Nov 18, 2022
Growth Strategies
Read Time Icon - Portfolio Z Webflow Template
 min read

Optimizing your growth funnel

You manage to acquire millions of users. Amazing.

999,999 of them don’t make it through the funnel or churn. Now that’s not so amazing.

That’s an extreme example but it shows why optimizing your growth funnel is crucial during the early stages. What does a general growth funnel look like? Although this will vary between startups, at the core, it consists of three major pillars: acquisition, activation, and retention. I won’t go through each of these pillars in depth (there are many columns on this); however, I will be going through some key optimization concepts. 

It’s a dance when optimizing a growth funnel, but let’s dive into how to make it the most methodical and strategic dance.

Acquiring the right users 

As a startup matures and robust user-level data starts to flow in, understanding which acquisition sources yield the highest propensity for users should be a priority. A bonus would be to measure the most incremental sources as well.  

There should be a defined cadence between cross-functional teams (i.e., product, growth, and data) to continuously question the best sources of traffic. 

While leading fleet growth at Postmates, I quickly learned to become numb to remarkable upper-funnel metrics. Below is an example of how we prioritized budget allocation with down-funnel metrics: 

Indeed seems to be the worst acquisition channel (CPL) but ends up being the best over time (ROAS). These are not actual results and are purely for demonstration purposes. Image courtesy of Jonathan Martinez.

Even though Indeed has the worst CPL of the channel grouping, it nets the highest revenue-producing fleet drivers who are the most active in Y1. 

As traffic sources begin to increase and the spend scale rises, testing for incrementality is the next level up from solely measuring ROAS or LTV. In other words, understanding how many users would have been acquired had a specific traffic source been turned off. How incremental is Facebook or a particular lifecycle marketing campaign? 

If there’s one takeaway, it’s to double down on the highest LTV and incremental segments as rapidly as possible. 

Bucketing users is key

While there are three major pillars in the growth funnel, hundreds of segments are potentially sitting in each bucket. In the acquisition pillar, users may be bucketed by the channels they came through, while in activation, users may be bucketed by the number of days they’ve been waiting to get started.

It’s imperative to slice (or cohort) users into their respective buckets because it opens the opportunity for unique targeting and messaging.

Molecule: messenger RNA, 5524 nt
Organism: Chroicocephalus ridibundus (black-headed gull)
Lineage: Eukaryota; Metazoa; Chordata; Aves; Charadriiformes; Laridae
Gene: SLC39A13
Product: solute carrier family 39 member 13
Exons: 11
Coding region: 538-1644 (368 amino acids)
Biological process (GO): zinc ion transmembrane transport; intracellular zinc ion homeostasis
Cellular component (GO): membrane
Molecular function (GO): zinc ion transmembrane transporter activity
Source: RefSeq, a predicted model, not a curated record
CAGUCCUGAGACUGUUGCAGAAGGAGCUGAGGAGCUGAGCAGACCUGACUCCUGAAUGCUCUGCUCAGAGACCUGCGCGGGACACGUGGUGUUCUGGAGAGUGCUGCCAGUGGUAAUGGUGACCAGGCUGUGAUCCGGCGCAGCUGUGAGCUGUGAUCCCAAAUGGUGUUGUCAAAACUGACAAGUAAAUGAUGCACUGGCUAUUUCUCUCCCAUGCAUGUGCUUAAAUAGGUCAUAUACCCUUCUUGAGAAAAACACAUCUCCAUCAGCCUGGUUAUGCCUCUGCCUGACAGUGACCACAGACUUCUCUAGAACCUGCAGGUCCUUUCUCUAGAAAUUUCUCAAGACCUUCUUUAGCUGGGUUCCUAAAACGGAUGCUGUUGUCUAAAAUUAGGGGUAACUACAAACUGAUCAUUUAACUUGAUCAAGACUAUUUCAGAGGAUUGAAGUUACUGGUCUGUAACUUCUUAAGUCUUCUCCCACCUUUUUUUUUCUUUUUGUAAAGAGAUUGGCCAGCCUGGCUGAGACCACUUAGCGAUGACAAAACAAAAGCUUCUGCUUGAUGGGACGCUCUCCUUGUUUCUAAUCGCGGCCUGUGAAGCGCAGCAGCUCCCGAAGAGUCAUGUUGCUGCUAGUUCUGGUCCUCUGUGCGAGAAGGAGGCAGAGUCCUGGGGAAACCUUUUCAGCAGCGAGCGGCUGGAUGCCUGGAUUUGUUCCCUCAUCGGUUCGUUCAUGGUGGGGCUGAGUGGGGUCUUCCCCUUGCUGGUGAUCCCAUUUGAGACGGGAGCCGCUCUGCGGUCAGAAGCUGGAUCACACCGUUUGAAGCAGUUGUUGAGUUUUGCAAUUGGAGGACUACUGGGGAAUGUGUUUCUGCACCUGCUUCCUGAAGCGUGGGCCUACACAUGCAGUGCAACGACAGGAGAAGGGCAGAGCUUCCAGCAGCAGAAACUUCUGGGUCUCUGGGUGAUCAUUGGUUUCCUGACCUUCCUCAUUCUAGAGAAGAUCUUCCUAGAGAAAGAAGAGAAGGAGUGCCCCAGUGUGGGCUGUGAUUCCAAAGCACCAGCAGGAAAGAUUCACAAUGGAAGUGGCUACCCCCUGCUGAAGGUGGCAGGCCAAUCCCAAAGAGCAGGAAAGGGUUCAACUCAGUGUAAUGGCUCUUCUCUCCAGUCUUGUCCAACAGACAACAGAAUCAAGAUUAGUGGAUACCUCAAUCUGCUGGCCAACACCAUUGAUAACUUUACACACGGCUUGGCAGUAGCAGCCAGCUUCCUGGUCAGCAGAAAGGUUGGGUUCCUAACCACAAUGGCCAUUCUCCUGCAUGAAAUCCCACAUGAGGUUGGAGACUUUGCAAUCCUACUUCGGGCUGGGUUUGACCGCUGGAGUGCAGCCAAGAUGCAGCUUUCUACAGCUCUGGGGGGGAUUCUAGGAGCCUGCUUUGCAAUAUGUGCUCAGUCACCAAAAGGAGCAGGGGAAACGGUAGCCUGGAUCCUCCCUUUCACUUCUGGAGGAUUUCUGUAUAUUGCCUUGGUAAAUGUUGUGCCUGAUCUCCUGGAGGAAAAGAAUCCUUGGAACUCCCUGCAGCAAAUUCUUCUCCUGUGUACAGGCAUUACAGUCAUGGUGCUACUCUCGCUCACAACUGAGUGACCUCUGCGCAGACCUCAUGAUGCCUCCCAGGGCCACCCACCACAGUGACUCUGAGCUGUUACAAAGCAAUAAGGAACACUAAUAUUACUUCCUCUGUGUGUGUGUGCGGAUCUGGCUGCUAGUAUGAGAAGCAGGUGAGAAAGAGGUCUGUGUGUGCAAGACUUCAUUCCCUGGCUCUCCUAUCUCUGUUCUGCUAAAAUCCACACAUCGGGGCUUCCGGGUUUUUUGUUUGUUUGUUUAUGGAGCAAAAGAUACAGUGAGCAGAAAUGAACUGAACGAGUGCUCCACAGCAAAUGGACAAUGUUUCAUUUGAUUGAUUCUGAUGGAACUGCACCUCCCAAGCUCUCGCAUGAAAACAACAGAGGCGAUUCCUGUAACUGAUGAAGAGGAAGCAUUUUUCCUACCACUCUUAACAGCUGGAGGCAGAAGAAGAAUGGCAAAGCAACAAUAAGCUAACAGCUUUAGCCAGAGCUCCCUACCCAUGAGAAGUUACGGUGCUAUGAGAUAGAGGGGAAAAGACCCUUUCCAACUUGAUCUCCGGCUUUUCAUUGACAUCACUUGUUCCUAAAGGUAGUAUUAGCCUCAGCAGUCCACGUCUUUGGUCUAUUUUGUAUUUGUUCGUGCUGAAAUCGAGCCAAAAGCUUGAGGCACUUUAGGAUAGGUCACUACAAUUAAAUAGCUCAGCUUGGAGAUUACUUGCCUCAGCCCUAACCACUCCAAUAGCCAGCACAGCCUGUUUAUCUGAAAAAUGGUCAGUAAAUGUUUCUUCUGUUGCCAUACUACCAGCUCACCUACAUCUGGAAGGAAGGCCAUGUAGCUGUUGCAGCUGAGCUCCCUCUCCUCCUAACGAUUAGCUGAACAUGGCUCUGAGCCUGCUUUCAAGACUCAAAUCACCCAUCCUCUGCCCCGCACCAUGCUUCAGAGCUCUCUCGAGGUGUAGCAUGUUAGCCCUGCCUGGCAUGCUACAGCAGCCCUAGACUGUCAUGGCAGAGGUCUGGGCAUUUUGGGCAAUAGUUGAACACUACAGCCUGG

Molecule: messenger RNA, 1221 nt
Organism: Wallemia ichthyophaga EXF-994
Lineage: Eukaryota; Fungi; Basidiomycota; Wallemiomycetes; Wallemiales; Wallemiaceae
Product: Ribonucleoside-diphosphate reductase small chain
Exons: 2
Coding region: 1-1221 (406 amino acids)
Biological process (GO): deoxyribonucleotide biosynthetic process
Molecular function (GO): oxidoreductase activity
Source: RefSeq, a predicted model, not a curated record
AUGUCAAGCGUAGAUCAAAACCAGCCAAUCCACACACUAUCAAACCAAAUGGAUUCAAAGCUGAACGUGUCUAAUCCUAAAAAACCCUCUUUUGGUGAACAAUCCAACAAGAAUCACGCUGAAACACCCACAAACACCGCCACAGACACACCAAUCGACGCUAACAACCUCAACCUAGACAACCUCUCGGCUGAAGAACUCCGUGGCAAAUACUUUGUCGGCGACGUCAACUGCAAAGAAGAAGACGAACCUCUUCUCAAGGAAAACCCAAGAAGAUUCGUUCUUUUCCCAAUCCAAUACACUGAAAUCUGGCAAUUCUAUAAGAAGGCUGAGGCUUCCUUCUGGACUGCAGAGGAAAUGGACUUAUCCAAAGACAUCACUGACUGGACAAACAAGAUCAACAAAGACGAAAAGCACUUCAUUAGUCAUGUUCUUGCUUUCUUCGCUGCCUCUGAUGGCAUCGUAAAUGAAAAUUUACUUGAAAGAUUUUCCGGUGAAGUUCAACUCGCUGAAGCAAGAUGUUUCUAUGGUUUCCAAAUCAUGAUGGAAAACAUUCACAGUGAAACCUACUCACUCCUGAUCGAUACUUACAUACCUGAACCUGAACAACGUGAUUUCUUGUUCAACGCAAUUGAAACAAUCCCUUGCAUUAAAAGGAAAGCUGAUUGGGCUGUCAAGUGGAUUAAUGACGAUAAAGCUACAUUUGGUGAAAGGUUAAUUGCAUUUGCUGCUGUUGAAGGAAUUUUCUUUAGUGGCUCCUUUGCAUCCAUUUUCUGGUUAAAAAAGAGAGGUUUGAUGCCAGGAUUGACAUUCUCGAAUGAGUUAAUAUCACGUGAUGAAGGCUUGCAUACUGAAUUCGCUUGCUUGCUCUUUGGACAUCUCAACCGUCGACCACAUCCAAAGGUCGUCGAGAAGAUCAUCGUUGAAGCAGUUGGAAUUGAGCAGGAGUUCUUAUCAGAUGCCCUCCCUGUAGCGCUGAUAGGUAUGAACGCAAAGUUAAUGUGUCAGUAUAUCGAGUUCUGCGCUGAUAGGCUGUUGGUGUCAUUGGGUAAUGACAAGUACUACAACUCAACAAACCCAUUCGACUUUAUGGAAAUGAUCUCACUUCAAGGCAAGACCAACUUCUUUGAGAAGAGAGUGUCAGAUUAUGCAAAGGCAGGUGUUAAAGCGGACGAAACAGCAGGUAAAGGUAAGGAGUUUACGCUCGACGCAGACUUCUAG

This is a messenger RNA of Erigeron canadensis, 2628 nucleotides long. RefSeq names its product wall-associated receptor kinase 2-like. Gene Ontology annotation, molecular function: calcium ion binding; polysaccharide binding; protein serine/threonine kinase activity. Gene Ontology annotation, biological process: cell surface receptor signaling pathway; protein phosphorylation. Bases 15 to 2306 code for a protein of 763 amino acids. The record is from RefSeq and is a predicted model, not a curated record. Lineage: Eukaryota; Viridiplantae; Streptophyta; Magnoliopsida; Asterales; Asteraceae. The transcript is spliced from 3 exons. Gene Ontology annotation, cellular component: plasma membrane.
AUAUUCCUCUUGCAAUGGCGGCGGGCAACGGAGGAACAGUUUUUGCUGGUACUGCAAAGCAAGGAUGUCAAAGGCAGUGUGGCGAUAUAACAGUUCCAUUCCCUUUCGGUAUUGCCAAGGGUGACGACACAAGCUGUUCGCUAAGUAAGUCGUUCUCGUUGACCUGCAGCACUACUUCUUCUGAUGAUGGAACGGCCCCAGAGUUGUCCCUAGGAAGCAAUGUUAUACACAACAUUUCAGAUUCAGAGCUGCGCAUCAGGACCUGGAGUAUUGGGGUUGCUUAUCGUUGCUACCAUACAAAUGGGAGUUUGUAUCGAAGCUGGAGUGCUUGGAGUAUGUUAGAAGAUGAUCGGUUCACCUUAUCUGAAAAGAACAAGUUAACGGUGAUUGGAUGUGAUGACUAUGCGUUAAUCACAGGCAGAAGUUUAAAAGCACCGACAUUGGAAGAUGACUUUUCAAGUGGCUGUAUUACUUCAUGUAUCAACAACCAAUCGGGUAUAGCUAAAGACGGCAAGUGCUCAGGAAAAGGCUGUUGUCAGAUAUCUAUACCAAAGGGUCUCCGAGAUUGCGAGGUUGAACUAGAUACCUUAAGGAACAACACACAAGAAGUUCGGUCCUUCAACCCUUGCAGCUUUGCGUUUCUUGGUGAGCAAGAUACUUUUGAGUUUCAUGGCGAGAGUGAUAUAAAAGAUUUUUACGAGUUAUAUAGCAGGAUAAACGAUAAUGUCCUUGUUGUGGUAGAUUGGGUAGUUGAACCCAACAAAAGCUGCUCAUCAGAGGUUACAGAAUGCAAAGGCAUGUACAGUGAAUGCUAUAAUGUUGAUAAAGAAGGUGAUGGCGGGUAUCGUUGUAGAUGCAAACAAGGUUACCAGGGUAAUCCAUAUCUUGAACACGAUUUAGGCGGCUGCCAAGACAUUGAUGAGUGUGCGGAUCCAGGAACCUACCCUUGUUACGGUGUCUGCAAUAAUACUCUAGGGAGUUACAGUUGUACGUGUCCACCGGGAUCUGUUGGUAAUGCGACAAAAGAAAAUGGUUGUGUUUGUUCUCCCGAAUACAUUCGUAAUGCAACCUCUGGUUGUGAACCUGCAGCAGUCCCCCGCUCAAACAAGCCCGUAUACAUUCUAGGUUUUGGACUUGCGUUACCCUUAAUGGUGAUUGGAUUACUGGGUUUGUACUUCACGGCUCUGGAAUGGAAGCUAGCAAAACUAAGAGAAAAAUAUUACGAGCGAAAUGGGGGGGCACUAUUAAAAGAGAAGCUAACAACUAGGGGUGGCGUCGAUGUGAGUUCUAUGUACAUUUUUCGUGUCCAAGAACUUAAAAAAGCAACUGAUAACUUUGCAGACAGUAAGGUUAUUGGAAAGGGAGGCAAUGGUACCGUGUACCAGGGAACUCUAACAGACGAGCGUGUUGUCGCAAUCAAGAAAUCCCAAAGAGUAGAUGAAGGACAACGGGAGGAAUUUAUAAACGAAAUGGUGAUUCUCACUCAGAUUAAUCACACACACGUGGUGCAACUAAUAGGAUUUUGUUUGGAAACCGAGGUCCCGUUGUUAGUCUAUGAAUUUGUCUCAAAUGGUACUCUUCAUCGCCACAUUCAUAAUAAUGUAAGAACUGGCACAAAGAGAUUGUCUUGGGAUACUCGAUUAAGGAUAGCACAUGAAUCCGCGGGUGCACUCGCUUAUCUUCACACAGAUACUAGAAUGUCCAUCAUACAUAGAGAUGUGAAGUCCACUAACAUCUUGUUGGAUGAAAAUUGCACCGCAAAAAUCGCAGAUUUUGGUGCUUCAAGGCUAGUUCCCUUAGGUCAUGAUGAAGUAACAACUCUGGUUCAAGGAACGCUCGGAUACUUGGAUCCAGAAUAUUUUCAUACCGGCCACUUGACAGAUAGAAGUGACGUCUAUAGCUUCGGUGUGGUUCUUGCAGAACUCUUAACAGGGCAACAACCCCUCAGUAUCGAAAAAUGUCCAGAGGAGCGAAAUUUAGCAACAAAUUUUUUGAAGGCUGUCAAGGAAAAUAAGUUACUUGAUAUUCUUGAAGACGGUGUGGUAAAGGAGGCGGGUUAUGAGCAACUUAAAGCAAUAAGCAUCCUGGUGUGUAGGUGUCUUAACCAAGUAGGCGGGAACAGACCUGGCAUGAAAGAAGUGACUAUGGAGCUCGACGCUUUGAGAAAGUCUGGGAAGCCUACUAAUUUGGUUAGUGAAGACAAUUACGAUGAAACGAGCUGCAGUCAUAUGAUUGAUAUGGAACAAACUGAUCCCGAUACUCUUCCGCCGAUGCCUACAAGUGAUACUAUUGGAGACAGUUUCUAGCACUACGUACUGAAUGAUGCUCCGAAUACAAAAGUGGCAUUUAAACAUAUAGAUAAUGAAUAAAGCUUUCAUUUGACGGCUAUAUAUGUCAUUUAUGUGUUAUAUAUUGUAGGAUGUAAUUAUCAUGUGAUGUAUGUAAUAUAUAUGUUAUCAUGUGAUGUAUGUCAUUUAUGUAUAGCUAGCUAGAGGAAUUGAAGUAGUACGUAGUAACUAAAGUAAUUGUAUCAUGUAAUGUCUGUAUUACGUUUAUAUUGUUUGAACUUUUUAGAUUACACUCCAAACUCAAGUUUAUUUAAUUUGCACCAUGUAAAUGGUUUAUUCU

Each bucket can have hundreds of user segment slices. Image courtesy of Jonathan Martinez.

Below are just a few examples to get your mind thinking about user buckets for each pillar of the growth funnel: 

  • Acquisition (Source, Campaign, Ad Creative)
  • Activation (Funnel Step, Time Lapsed, Actions Taken)
  • Retention (User Behavior, Last Sign-In)

Pushing users through the funnel

After slicing users into their respective buckets, it’s time to start thinking about how to message each user. At the foundational level, varied messaging by user slice is the largest lever for moving users through a funnel. To put things into perspective, would you email a user who just came into the funnel the same as someone who has lapsed for 90 days? Probably not. 

A few tactics for moving users through the funnel: 

  • Persistency with messaging 
  • Multiple forms or engagement
  • Alleviating common concerns 
  • Continuous AB testing 

Of all the tactics above, nothing works better than continuous and well-crafted messaging to drive desired actions from your users. It often takes B2B sales teams multiple attempts at calling, texting, and follow-ups until a deal closes. The same holds true for B2C startups – i.e., create email drip campaigns and lean on the side of over-communication with your users. 

Whether devising a strategy for your email campaigns or retargeting on Meta, always test various styles of messaging. Below is a great framework that I’ve used to define the messaging:

  1. What step in the funnel is the user in?
  2. What concerns or blockers does this user have? 

A perfect example of this is the fleet funnel we had at Postmates, which would require people to submit their driver’s license and SSN. We had dedicated email drip campaigns for the people who dropped off at the SSN step to alleviate their concerns of entering sensitive information. 

Always low-hanging fruit 

There will always be low-hanging fruit, whether it’s changing a subject line or simply adding emojis to retargeting ad copy. It starts with the basics of acquiring the right users, bucketing them the right way, and pushing every step of the funnel. As test throughput increases, the level of detail on metrics should increase to continue moving the needle. Out of all the metrics, my favorite at Coinbase was the incremental lift for each campaign as it helped us accurately understand how many users acted because of a specific email. 

Every successful startup that I have been at or advised has implemented B.I. (business intelligence) tools such as Amplitude or Mixpanel to find these low-hanging fruit or even the bigger swings. It empowers growth and product teams to create dashboards filled with cohorts to pinpoint and optimize funnel drop-off points. 

With a possible recession on the horizon, it further highlights how an inefficient growth funnel can crush a business. You must optimize as if you need to squeeze every single user through the funnel because of a short runway, then you’ll be much further along in the competition.

Subscribe to my growth newsletter

Get notified the moment I publish a new article.